One of the most common questions I’m asked about in my line of work is, “how much is my company worth”?
And the two things clients always seem to focus on and confuse, are goodwill value and blue sky value.
Maybe you’ve heard this jargon used before or maybe it’s completely new territory for you. Either way, let’s dive into what these terms are and why they matter to you.
Our sweet spot in business brokerage is premium mainstreet businesses, or the type of businesses you would find on Main Street, USA, that are owner-operated and usually have anywhere from 5 to 50 employees.
Simply put, when healthy, these businesses tend to sell at a multiple of their earning power.
To determine the earning power of the company, we need to first take a look at historical financials. Once we figure out a company’s financial history, we can create a level playing field where we can compare Company A to Company B and C and break down what the company is worth as a simple dollar amount that we call, Most Probable Selling Price (MPSP).
When analyzing the earnings power of a company, a portion of this earning power cannot be represented by tangible assets; this is known as goodwill value.
Goodwill value is an intangible value the business represents based on its historical earning power.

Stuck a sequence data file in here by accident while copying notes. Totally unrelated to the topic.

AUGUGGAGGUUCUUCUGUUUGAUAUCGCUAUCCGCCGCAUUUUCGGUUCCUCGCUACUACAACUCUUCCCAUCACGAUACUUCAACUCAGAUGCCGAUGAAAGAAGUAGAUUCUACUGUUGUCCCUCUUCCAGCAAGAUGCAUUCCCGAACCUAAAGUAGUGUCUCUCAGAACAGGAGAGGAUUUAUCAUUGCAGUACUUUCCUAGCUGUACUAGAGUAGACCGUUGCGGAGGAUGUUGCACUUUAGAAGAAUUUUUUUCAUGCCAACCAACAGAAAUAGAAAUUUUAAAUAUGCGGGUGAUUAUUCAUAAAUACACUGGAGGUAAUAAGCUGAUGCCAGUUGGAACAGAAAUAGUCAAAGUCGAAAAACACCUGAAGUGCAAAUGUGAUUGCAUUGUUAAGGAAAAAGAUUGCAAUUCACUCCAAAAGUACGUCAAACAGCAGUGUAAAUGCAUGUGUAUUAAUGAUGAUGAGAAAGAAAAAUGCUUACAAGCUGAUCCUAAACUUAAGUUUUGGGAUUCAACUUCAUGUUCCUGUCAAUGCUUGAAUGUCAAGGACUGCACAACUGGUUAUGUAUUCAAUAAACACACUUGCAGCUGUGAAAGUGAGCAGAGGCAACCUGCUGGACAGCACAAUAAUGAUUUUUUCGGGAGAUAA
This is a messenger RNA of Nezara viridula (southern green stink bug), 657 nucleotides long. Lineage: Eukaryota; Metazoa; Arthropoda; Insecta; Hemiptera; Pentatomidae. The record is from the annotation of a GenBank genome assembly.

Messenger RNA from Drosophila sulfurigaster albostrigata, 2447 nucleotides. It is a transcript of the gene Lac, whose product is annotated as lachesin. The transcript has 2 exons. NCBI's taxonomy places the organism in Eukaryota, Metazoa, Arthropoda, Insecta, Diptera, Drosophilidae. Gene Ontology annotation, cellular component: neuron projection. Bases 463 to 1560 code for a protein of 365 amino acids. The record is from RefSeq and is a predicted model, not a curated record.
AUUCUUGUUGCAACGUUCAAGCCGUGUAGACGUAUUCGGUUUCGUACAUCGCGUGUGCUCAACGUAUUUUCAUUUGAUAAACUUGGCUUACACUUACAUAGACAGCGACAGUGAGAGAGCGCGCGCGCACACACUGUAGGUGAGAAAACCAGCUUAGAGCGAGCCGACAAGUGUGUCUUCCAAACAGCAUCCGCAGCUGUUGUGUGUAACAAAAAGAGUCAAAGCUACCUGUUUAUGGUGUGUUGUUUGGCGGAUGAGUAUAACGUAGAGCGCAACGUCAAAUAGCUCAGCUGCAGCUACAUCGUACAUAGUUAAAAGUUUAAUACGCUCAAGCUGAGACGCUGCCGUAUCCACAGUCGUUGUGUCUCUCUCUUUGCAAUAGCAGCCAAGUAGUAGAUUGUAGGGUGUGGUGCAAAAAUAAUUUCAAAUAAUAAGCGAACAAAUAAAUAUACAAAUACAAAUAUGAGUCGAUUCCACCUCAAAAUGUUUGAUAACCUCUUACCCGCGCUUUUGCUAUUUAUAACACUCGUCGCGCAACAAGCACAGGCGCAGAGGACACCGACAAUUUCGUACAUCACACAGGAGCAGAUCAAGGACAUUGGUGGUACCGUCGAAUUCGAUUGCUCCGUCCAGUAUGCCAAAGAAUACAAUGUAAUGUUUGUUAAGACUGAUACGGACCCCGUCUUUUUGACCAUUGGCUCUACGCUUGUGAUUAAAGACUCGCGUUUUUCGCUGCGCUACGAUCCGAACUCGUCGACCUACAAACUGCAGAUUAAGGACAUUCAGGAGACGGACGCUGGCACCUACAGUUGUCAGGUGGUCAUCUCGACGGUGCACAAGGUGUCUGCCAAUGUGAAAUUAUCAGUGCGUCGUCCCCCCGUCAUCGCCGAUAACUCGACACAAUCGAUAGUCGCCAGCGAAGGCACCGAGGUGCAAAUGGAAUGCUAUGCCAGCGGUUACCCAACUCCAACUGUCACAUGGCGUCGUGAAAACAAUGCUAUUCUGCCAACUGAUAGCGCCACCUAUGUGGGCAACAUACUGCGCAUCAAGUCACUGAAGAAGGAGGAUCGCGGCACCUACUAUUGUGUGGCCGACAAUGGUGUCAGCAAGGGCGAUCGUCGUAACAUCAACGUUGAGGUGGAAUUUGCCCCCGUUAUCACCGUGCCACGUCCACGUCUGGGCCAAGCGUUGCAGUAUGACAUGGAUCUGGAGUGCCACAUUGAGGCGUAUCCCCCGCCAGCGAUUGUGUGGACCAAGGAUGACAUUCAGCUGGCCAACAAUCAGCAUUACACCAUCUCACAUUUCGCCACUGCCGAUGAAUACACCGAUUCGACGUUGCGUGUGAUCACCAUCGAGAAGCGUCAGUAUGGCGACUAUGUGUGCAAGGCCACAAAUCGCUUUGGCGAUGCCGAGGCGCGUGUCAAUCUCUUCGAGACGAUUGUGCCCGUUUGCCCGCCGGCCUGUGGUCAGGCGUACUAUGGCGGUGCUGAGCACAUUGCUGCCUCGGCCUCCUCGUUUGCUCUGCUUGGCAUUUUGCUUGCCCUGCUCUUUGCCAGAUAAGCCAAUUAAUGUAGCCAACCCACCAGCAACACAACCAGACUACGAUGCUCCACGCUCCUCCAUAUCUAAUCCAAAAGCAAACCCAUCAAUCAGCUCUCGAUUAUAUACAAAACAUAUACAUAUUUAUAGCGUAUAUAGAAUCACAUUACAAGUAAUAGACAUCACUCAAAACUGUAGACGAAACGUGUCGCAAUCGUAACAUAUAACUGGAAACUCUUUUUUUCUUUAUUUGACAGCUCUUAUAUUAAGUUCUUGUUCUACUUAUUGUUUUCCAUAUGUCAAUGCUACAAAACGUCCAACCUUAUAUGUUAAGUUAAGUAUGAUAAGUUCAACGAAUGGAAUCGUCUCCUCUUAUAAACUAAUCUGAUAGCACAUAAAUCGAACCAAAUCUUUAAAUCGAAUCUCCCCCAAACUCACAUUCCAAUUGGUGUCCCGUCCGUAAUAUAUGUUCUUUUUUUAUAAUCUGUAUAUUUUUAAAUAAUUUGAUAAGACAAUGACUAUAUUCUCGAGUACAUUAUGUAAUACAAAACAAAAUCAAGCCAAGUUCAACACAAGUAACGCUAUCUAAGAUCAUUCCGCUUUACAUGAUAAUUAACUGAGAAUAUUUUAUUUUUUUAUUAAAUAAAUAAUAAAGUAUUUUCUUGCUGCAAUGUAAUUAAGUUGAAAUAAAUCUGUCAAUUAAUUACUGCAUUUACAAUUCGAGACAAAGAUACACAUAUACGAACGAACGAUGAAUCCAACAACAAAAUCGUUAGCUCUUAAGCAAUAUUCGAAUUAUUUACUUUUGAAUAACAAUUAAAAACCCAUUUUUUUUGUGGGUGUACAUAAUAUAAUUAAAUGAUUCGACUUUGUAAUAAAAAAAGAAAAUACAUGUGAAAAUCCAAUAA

A key point of note: goodwill value can be proved through data and legally defended.
On the other hand, blue sky value is used to represent intangible value that represents a premium someone will pay for a business that is not based in any defendable analysis.
Many times, strategic business buyers want to buy a company that has synergies that exist within their current company and are willing to pay a premium to acquire the new company -- that premium is the blue sky value.
Take, for example, a landscaping company.
A local landscaping company is looking to acquire another local landscaping company in order to grow their business through acquisition (instead of organic growth).
Part of the blue sky value of this company lies in the landscaping company not having to purchase another set of tools for the new company because it synergistically already has these tools.
These are two important considerations to understand when determining your company’s value.
As you can see, there is a lot more that goes into a company beyond profits and revenues.
Don’t know where to start in valuing your business for a sale? Reach out to us to set up a free strategy call!